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6 March 2012 Last updated at 06:37 ET BT and Talk Talk say the Digital Economy Act risks infringing user privacy BT and Talk Talk have lost an appeal over controversial measures to tackle copyright infringement online. The internet service providers (ISPs) had argued the UK's Digital Economy Act was incompatible with EU law.
26 April 2012 Last updated at 08:08 ET The Digital Economy Act seeks to curb rising rates of online piracy The controversial piracy law, the Digital Economy Act, has again been delayed, the Department for Culture, Media and Sport has confirmed. The measures, such as letters to suspected illegal downloaders and potential disconnection, will not be enforced until at least 2014. Since being passed at the end of the Labour administration in 2010, action has stalled due to legal challenges. The delay was welcomed by the Internet Service Providers' Association (Ispa).
The government has asked Ofcom to review proposals in the Digital Economy Act that aim to combat piracy by having ISPs block access to websites used for copyright infringement. The review will focus on whether such ISP-level blocks are technically viable, and how easy they would be to circumvent, culture secretary Jeremy Hunt said on Tuesday. "I have no problem with the principle of blocking access to websites used exclusively for facilitating illegal downloading of content," Hunt said in a statement. "But it is not clear whether the site-blocking provisions in the act could work in practice, so I have asked Ofcom to address this question. "Before we consider introducing site-blocking, we need to know whether these measures are possible," he added. As well as cutting off sites that allow people to access unauthorised copyrighted content, the proposals are designed to control online access to live TV and other streamed content not licensed for viewing outside the UK.
The government is considering a national blocklist to prevent people in state-funded networks from accessing websites that promote Islamic fundamentalism and other extremist views. The measure is designed to restrict access to websites that contain unlawful material, as part of the government's counter-terrorism strategy, home secretary Theresa May said on Tuesday. "Intelligence indicates that the UK faces a serious and sustained threat from terrorism," May told the House of Commons . "To tackle that threat... we must not only arrest and prosecute those who breach the law, but we must stop people being drawn into terrorist-related activity in the first place." The web-filtering measures are part of the government's updated Prevent counter-terrorism strategy (PDF), which the Home Office launched on Tuesday.
Proposals for blocking copyright infringement sites was a core part of the Digital Economy Act (sections 17 and 18) with the aim of reducing the amount of copyright infringement in the United Kingdom. Today sees the publication of reviews into this part of the Act as well as the appeals process by Ofcom, and it would appear that following these reviews Business Secretary Vince Cable has announced the plans to block websites are being dropped. It is [Ofcom's] current belief that the blocking of discrete URLs, or web addresses, is not practical or desirable as a primary approach.
The Liberal Democrats are preparing to change their controversial amendment to the digital economy bill, which has its third and final reading in the House of Lords on Monday. The change would give sites blocked under the bill the power to challenge it in the courts, and to demand legal costs and damages from any copyright owner that caused it to be wrongly blocked through court procedings. But the Open Rights Group, which campaigns on digital rights and freedoms, said that the amendment would not solve deeper problems with the bill – which may be rushed into law with barely any debate in the Commons – and called for it to be abandoned. Amendments tabled to the bill show that the Liberal Democrats now want to alter amendment 120A, which was shown last week to have been copied almost word-for-word from a lobbying paper prepared by the music industry, but which was also widely criticised as giving copyright holders too much power to close down sites on limited evidence.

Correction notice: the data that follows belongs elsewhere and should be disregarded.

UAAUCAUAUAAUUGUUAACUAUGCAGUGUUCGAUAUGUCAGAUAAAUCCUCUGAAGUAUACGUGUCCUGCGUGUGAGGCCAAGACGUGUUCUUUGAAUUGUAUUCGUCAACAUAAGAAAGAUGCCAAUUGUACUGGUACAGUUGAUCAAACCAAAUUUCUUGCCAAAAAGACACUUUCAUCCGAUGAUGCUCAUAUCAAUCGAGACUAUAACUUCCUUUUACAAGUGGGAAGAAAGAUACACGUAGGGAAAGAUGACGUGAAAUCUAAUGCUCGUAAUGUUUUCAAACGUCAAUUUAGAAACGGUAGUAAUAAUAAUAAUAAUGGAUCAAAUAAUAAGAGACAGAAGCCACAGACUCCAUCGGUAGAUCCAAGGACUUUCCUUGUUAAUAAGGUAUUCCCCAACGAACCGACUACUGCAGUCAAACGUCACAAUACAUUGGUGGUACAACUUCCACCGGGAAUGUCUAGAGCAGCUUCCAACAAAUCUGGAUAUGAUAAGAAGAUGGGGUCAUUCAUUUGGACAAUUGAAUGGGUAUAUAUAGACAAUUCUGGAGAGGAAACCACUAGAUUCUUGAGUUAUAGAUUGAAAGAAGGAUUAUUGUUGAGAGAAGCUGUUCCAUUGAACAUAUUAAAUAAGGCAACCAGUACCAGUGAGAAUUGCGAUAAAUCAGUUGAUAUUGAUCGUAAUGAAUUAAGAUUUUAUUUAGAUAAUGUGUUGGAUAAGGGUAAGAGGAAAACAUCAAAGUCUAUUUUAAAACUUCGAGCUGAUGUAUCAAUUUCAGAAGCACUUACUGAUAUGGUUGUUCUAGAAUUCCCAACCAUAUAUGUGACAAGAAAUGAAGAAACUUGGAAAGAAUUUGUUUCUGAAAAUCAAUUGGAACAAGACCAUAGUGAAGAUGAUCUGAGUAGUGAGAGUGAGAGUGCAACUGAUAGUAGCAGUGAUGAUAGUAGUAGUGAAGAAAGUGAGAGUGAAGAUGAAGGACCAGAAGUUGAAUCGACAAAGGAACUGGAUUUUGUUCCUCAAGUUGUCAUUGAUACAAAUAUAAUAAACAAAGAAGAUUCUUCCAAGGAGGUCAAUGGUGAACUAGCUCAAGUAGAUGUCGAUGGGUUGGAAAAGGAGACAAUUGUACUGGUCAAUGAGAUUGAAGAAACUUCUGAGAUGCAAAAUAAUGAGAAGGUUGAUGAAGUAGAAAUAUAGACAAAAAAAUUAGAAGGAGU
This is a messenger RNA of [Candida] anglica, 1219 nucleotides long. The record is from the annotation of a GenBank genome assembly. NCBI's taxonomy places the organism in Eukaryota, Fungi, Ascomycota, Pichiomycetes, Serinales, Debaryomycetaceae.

As a general principle and in support of the rule of law, nobody involved in the campaign process against the implementation of the Digital Economy Bill (DEB) supports the theft of someone else's property as is the case when downloading a pirate copy of a music track. However, before we examine the history of the legislation, let's take a reality check about where we are. The cat is well and truly out of the bag.
A FREEDOM OF INFORMATION RESPONSE has revealed that Lord Mandelson had decided to approve the Digital Economy Act before public consultations had concluded, showing that there was absolutely no interest in seeing what the public had to say. The shocking revelations show that Lord Mandelson, who was voted as the Internet Villian of the Year for 2010, made the decision to forge ahead with the Digital Economy Act as much as two months before the end of public consultations, effectively negating any contributions, for or against the proposals, that anyone else could make. The letters from Mandelson's office reveal that he was in talks with Lucian Grainge, CEO of Universal Music Group, on 2 July 2009.
Matt Wells is joined by Maggie Brown and Steve Ackerman from Somethin' Else for this week's Media Talk podcast. We begin in Westminster with the digital economy bill. Two years in the making, but passed after just two hours of debate in the House of Commons as part of the parliamentary wash-up - we pick apart this scandalous and wide-ranging piece of legislation. Labour MP Tom Watson tells us why he voted against the government. Be advised, though, that his phone died before we could get onto anything too juicy.